Previous installments in this restoration saga have shown how I remove rust with Evapo-Rust, remove dirt using Soft Scrub and remove hardened old grease from bare metal with steel wool. But a more challenging job faces me, a challenge you'll often have to deal with if you're restoring a typewriter that's over a century old.
Early typewriter factories usually applied varnish over their black paint, to create a deep shine. (I originally used the term "lacquer" here, but consulted Paul Lippman's American Typewriters: A Collector's Encyclopedia, where he writes that the underlying color is lacquer, applied in several layers, but the top surface is varnish.)
The varnish has often yellowed and cracked, creating a very ugly surface.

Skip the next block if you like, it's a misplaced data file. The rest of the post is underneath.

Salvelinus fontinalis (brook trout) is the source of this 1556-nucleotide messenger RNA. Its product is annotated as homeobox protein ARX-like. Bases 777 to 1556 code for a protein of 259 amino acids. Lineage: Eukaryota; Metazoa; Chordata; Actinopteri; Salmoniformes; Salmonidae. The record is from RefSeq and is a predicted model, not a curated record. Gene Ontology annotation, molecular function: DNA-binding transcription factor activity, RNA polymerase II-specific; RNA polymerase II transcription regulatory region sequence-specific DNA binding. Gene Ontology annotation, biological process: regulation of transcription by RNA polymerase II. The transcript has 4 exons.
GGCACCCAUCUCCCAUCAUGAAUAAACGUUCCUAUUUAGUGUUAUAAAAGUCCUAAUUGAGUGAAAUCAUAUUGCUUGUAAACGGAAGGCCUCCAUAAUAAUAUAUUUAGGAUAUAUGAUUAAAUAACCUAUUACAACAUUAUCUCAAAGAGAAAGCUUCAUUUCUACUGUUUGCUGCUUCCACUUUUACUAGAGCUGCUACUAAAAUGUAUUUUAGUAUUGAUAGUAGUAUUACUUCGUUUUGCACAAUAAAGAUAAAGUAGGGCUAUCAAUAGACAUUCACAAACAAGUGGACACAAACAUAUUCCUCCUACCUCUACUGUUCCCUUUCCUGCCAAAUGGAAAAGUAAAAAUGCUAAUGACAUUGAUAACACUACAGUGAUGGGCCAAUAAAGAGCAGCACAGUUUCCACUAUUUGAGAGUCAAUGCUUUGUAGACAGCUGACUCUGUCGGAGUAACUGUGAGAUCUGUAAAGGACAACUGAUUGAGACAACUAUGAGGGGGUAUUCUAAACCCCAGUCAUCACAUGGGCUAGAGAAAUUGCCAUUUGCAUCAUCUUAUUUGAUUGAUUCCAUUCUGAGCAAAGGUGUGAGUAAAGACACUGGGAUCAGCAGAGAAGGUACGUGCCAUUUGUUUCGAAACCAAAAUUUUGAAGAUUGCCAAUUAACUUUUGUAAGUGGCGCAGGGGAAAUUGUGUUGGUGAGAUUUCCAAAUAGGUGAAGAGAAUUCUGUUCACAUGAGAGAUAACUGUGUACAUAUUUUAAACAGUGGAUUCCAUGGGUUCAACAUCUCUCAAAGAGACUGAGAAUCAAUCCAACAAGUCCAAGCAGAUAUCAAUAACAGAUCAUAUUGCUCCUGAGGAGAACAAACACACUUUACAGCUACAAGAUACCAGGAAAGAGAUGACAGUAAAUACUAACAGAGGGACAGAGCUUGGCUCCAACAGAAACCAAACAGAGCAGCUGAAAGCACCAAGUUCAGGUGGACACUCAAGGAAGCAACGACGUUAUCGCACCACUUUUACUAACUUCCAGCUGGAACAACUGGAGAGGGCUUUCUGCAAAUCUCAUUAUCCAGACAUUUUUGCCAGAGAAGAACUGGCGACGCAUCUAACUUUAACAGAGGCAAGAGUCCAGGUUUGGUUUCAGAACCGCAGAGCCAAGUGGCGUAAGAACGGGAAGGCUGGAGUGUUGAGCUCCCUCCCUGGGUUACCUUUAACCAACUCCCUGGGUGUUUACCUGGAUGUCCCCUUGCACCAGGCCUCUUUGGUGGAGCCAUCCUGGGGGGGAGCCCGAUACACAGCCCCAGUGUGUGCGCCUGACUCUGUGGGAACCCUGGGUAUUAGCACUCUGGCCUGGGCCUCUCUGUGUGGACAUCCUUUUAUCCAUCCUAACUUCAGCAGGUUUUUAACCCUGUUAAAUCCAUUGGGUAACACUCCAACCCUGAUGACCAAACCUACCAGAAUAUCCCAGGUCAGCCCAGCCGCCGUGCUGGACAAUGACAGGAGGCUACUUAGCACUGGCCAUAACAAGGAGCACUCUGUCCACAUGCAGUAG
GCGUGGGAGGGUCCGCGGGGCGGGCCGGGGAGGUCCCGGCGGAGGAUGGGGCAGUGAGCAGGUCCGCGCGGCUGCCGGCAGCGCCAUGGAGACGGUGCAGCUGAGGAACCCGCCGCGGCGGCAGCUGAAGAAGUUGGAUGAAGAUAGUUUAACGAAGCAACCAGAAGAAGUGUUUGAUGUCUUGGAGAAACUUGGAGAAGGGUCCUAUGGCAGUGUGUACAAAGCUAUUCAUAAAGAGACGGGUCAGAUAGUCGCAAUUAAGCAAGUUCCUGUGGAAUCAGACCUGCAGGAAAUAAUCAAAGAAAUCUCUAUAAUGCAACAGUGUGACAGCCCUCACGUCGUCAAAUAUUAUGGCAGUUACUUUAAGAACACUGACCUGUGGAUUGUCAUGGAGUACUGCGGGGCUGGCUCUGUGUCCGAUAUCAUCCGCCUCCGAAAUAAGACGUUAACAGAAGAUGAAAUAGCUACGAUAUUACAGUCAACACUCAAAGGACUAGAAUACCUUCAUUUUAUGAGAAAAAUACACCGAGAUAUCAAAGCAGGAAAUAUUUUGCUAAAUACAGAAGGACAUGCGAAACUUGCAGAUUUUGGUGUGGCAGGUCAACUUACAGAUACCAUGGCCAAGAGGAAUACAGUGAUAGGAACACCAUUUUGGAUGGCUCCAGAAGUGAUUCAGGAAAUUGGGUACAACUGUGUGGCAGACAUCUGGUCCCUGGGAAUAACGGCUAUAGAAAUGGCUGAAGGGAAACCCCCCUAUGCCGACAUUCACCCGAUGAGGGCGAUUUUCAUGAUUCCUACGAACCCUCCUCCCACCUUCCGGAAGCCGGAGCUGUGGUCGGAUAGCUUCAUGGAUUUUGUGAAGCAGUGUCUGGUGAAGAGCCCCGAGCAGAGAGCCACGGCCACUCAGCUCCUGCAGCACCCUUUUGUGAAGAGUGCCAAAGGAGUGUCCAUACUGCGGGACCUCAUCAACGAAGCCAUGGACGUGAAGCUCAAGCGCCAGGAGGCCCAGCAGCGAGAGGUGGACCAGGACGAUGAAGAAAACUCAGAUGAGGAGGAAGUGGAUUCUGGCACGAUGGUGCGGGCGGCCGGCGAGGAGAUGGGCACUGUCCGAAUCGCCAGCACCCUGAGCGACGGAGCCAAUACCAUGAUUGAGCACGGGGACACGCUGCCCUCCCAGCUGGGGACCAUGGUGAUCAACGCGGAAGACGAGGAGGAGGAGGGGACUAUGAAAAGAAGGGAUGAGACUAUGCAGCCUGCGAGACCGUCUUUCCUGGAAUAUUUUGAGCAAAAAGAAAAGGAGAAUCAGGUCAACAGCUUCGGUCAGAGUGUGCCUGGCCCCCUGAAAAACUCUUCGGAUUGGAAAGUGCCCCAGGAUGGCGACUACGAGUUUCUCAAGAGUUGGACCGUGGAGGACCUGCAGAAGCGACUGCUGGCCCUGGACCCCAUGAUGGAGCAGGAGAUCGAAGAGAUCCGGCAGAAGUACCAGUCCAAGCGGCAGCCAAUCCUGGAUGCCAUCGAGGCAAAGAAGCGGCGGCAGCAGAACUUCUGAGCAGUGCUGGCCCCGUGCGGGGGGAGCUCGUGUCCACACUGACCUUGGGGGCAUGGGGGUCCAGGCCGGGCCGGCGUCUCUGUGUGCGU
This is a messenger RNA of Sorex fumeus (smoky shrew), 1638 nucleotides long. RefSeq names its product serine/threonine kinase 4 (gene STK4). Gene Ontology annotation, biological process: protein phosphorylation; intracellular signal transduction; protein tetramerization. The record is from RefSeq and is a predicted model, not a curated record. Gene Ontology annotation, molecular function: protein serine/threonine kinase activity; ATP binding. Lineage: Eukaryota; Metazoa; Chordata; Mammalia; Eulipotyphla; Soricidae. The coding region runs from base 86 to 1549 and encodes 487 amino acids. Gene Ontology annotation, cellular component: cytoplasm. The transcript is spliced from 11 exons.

I haven't found a perfect solution, but Soft Scrub is helpful again. Here's the paper table of the Sholes Visible; I've rubbed the bottom half with Soft Scrub until most of the yellowed old varnish is gone.
Here's a closeup; you can see the cracks in the varnish, and you may also notice that there are still fine cracks in the cleaner, blacker surface below. The Soft Scrub has removed the bumpier, brittler, yellower level of varnish, but you still won't have a perfectly smooth and glossy surface. Applying polish such as Renaissance Wax will improve the appearance.
When removing varnish, you want to avoid removing decals and pinstripes (you can see in the photo above that the pinstripes were applied to the black paint and then the varnish was applied over the pinstripes). This is easier said than done. The best approach is the tedious one—applying the Soft Scrub with something like a Q-Tip, carefully working around the edges of the decorations you want to preserve, and applying Soft Scrub directly to the decorations only if it's really necessary to get the varnish off them.
Working around the edges of that "Sholes" decal (which was applied crooked at the factory) is going to be a job of many hours!